When it comes to helping young children appreciate the benefits of using technology in a classroom setting, early childhood education providers play a critical role integrating that technology appropriately, intentionally, and productively.
But these educators face myriad barriers to fulfilling these roles.
In a new policy paper, “Getting Early Childhood Educators Up and Running: Creating Strong Technology Curators, Facilitators, Guides, and Users” we examine efforts that might be helpful in creating confident, knowledgeable providers of early childhood education who can help ensure appropriate, intentional, and productive use of technology among young children.
The findings are from a one-day forum in Pittsburgh last May, convened by RAND and PNC Grow Up Great, about technology use in early childhood education.
Early childhood educators can play a number of roles in supporting the use of technology by young children, including curators (e.g. selecting appropriate tools), facilitators (e.g. guiding children as they use technology), models (e.g. demonstrating appropriate use for children and their families), and users (e.g. leveraging technology for communication with families).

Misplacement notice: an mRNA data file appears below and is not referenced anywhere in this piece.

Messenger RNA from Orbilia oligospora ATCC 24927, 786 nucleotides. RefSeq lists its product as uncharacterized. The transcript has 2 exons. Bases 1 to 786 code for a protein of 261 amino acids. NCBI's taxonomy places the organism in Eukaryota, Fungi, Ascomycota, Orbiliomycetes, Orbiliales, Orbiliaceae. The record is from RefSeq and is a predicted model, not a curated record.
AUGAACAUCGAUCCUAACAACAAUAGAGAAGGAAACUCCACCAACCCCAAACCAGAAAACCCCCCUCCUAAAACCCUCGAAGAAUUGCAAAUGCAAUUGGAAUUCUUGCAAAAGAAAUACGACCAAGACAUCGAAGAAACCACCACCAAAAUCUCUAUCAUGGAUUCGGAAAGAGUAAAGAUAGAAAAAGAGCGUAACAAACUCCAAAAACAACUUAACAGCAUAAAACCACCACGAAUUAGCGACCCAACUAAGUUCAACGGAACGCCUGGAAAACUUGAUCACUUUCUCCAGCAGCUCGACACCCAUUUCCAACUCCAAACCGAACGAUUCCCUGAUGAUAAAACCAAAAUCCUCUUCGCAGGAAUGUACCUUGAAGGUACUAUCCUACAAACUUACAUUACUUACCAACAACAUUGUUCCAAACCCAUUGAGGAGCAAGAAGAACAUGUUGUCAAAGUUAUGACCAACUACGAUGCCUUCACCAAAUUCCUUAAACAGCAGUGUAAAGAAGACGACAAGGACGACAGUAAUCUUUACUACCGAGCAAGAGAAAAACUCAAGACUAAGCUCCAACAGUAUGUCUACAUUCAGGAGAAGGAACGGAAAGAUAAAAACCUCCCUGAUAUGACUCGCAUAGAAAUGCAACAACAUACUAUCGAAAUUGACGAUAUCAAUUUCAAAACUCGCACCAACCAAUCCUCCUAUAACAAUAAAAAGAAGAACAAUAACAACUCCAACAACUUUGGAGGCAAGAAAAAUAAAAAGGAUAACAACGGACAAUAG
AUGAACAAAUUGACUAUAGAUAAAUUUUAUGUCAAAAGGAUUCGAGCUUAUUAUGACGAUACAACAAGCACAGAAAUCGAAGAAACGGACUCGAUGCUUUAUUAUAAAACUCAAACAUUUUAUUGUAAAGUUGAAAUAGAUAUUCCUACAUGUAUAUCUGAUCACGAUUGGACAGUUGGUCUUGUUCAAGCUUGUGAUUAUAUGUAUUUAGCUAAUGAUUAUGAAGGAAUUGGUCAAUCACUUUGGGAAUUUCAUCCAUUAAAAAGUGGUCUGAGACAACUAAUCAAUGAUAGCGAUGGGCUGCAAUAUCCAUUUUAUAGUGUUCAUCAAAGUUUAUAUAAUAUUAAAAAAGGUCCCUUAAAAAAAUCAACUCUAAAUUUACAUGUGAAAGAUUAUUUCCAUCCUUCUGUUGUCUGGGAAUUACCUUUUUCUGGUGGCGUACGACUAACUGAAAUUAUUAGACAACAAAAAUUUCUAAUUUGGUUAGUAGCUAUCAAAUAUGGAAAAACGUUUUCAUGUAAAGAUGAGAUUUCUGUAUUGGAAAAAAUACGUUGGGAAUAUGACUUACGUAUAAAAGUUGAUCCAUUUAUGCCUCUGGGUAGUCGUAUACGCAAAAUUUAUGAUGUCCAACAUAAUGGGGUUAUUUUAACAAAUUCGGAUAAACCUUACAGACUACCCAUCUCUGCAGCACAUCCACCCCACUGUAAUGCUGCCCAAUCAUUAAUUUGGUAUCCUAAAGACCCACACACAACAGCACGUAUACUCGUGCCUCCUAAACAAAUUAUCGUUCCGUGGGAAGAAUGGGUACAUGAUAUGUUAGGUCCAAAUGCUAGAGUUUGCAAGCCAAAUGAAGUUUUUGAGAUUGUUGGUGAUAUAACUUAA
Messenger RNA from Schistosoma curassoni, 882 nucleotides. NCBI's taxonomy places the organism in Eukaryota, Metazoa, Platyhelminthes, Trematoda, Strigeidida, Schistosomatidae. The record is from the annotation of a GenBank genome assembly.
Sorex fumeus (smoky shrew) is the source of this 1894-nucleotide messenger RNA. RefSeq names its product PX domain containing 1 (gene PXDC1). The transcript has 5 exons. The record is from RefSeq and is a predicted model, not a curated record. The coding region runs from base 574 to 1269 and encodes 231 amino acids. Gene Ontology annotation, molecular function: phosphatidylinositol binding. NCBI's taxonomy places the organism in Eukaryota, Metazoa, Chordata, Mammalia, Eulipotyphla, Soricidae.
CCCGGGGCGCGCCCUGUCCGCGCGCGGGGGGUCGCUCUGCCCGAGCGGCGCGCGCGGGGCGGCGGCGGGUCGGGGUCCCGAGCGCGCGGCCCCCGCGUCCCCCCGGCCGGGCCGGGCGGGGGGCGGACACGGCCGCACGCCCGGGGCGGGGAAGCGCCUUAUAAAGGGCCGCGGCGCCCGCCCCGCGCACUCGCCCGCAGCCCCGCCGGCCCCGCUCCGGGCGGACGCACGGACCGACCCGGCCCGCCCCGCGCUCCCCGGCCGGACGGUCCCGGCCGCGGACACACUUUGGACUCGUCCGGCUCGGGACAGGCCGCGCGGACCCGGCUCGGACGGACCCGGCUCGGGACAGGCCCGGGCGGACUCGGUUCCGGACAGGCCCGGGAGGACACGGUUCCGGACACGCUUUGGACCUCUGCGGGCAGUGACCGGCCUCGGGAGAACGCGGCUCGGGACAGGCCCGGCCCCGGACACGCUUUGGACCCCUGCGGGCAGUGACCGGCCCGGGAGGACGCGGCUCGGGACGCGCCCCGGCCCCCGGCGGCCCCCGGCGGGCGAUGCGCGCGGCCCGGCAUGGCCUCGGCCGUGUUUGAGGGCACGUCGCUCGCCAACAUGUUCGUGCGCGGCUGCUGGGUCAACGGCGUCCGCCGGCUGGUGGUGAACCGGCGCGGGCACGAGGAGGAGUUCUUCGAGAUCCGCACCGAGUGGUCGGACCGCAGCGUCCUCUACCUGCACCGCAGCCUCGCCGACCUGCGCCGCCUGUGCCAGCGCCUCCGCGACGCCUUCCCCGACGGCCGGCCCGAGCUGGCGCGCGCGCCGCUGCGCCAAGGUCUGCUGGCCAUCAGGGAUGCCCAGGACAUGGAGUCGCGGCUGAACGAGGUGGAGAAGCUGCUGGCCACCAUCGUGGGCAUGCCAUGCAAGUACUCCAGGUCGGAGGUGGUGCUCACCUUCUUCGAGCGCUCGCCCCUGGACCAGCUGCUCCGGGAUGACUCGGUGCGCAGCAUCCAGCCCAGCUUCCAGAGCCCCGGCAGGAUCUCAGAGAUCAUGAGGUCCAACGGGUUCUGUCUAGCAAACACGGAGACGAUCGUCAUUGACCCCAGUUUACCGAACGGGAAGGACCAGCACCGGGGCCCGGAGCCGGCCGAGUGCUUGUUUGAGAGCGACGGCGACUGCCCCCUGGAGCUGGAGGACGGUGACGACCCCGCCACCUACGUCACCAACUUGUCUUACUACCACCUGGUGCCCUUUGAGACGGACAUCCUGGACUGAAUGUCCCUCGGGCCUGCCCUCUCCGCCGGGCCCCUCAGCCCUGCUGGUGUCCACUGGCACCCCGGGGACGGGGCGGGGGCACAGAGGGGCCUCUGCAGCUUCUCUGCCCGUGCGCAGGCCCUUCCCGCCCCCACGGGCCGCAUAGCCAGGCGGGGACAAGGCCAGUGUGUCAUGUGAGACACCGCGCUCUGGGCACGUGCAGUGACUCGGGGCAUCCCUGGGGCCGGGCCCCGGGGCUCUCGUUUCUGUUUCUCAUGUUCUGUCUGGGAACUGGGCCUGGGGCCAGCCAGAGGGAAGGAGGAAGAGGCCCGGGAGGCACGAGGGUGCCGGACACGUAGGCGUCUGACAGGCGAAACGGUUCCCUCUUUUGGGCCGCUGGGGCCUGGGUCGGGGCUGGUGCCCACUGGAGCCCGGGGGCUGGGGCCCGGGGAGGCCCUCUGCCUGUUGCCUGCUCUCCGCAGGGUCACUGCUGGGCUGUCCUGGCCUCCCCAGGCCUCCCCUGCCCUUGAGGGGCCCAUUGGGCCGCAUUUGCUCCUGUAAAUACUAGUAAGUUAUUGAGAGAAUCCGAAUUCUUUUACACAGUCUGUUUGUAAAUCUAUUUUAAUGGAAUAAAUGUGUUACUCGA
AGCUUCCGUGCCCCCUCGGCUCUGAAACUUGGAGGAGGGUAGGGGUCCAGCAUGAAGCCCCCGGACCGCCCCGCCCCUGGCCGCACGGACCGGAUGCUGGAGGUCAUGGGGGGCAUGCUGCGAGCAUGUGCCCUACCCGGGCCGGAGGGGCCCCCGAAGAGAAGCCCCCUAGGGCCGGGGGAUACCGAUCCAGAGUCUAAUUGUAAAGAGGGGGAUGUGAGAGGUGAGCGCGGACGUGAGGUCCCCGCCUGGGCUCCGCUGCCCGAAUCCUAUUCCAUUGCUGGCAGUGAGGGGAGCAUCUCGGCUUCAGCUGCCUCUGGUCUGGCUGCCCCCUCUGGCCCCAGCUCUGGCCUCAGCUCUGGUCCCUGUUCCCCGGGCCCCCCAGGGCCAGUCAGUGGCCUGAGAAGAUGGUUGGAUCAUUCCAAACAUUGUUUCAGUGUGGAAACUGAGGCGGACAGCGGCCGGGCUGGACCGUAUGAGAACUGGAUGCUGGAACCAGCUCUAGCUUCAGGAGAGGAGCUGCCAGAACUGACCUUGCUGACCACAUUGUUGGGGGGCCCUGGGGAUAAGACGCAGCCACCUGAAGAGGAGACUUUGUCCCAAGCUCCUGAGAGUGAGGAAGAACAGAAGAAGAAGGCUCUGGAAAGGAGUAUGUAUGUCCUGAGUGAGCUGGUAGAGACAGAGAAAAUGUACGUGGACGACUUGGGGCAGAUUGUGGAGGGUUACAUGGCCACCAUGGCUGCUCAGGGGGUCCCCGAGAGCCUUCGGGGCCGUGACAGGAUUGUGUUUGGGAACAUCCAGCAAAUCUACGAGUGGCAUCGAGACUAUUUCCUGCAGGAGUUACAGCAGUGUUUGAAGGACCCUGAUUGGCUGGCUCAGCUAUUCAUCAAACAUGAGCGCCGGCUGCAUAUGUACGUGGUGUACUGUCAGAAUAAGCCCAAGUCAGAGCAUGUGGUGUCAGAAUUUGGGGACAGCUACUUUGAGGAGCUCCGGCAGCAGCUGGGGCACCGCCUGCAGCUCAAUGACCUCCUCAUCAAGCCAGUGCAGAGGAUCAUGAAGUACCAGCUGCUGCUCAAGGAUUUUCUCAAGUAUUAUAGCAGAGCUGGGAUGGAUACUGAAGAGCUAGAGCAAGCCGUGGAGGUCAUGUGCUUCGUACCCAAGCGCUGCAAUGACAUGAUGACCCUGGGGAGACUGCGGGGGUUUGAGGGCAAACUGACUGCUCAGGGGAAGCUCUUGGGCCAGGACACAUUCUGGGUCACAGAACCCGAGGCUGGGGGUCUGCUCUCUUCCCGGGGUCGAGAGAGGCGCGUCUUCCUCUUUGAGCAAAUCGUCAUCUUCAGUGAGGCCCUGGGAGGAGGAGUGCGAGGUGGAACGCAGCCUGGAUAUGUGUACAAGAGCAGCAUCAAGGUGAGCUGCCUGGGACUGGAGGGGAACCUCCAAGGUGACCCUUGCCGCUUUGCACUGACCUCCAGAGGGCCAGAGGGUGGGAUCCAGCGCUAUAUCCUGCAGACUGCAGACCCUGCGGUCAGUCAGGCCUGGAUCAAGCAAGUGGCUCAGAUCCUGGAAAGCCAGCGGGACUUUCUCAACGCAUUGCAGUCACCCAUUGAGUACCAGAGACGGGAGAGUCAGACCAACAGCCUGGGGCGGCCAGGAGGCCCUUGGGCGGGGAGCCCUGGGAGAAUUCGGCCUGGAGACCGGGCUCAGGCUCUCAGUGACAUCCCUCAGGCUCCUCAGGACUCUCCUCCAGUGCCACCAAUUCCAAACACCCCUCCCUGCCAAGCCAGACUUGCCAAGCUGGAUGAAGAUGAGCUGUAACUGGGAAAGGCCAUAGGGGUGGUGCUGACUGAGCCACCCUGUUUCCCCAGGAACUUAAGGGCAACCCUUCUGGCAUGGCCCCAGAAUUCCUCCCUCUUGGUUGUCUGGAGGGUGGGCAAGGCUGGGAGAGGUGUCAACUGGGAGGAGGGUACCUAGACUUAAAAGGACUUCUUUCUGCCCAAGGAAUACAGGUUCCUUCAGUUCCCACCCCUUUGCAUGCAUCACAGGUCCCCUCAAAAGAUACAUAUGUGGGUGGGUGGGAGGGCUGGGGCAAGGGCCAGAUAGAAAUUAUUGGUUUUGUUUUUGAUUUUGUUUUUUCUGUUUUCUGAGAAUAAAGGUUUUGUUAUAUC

However, providers face a range of barriers that may prevent them from providing effective supports to young children as they use technology, including:
- Improper access to devices, software and the internet
- Uncertainty about standards
- Unfavorable attitudes about technology use and young children
- A lack of time to ensure successful integration into classroom activities
- A lack of training on appropriate, purposeful technology use with young children
- Rapid technology development trends, and a lack of communication between developers and teachers
There are a number of things that can be done to ensure that early childhood educators have the support they need. For example, a clear set of standards with consistent messaging can help to communicate what appropriate technology use looks like. Other efforts we recommend to overcome barriers include educator learning communities, structured time for exploration, professional development, and more frequent communication between educators and technology developers.
The study is the fourth of five to be released examining five key early childhood education questions examined by the forum participants.